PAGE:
WASHINGTON - In the spring of 1965, when I was turning 11 years old, Jack Weinberg, a free-speech-movement activist and graduate student at the University of California-Berkeley, told a reporter that young people should not trust anyone over 30.
I'm turning 30 times two tomorrow, smack dab in the middle of the Baby Boomer generation. How ironic that seminal line of the Boomer/60's generation looks from this vantage point.
Had Weinberg uttered those lines today, it would fire up what we now call a viral event, going global with the Speed of Tweet. Something new to argue about. The generational experts would come out swinging, Xers vs. Boomers, Millenials proclaiming their independence from it all. Partisans would look for a quip or attack line to win the moment. The phrase would be hash-tagged into infinity, hashed over into exhaustion on the cable talk shows.
The line would be no wiser today than it was in 1965. The generation that came of age scarred by Vietnam, embroiled in the Civil Rights movement, catered to and obsessed upon in the culture like no other, is easing into retirement leaving the country deep in debt, and with a political trust deficit just as deep.
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It's not all the Boomers' fault, but a lot of it has happened since we turned 30. And as if to remind Boomers of the often petty natures of our disagreements, Tom Brokaw re-introduced us to the Greatest Generation.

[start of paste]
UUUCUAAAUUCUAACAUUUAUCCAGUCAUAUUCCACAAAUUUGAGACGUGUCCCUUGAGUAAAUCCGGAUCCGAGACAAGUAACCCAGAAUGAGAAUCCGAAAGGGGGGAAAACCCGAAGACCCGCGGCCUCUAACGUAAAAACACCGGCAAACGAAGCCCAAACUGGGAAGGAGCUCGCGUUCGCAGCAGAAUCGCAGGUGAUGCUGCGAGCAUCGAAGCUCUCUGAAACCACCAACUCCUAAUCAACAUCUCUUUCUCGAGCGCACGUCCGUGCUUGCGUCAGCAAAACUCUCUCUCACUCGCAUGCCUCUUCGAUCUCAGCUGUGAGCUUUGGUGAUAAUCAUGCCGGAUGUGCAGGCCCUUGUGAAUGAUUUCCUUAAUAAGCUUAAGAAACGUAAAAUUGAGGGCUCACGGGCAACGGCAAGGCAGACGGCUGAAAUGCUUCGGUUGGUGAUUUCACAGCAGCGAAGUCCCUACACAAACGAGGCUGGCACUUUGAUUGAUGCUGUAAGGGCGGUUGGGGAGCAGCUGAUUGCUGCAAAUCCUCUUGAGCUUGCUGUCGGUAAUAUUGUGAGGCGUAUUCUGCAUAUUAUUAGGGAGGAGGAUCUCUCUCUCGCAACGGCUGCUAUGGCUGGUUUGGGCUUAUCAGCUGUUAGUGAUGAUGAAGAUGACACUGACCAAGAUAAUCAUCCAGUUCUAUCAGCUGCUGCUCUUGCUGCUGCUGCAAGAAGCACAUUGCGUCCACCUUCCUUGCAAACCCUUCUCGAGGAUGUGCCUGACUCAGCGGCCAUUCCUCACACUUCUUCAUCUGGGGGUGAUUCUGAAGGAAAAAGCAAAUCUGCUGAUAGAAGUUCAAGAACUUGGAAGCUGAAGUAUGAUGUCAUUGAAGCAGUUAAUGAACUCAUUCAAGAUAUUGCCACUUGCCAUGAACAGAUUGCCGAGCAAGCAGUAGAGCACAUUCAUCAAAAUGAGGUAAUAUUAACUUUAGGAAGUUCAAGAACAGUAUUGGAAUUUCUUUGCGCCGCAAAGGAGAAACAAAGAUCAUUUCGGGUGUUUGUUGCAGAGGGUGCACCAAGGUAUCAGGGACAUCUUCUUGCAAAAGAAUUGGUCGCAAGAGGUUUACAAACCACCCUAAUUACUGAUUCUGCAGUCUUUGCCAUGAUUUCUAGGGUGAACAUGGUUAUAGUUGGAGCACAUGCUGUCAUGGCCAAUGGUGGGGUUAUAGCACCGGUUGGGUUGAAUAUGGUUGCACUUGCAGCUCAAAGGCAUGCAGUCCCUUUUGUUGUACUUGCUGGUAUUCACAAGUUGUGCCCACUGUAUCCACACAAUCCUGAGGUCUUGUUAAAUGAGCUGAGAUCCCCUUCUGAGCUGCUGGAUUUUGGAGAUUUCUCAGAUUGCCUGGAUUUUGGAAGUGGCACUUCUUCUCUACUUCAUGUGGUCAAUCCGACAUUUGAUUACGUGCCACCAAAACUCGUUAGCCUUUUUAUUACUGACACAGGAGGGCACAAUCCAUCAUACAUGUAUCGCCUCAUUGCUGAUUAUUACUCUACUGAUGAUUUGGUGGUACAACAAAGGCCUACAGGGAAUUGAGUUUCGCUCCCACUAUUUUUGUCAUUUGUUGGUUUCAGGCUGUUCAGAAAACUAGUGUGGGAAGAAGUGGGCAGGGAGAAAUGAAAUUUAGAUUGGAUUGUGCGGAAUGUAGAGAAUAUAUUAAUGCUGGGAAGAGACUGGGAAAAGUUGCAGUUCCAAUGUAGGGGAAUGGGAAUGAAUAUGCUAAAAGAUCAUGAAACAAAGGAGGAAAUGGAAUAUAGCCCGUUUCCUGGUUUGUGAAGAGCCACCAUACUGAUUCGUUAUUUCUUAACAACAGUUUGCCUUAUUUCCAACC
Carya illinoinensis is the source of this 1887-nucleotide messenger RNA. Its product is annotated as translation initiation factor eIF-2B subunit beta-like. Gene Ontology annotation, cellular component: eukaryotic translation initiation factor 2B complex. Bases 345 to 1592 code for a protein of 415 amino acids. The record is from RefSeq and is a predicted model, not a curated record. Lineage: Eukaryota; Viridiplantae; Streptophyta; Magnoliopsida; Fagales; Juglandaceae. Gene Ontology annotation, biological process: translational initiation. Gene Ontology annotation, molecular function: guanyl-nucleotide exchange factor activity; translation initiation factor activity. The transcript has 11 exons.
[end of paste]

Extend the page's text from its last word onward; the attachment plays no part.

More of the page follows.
Now, in their twilight, these old soldiers come to the World War II Memorial here, wielding canes instead of guns this time, offering a more quiet contemplation of their own sacrifice and the trust they had to put in one another to get the job done.
Never trust anyone over 30? In 1965, that would have included the millions of men and women who helped defeat the Nazis in Europe and the imperial Japanese in Asia. Even if he didn't really mean it, as Weinberg has been reported to have said since, it became a touchstone line of the '60s generation growing old. How arrogant that seems these nearly five decades later.
So what is there to learn? That nothing is static, that no challenge is truly new, that any proclamation on its face, however popular or pithy, is best judged over time. We learn that conflict and friction is part of the human experience, and that wisdom is not a generational birthright. The Boomers turned 30, saw writ large our own character and judgment flaws in the presidents of our generation - Bill Clinton and George W. Bush - reveled in the Me Decade and the tech boom that empowers the individual. But, despite the Beatles' plea, came together only in the most horrific moments, like 9/11. Turns out we didn't trust each other.
That same spring of 1965, the Who's Pete Townshend wrote the lyrics to "My Generation," on his 20th birthday. His line, "hope I die before I get old" became a musical catch phrase of my generation. He'll be 69 on Monday.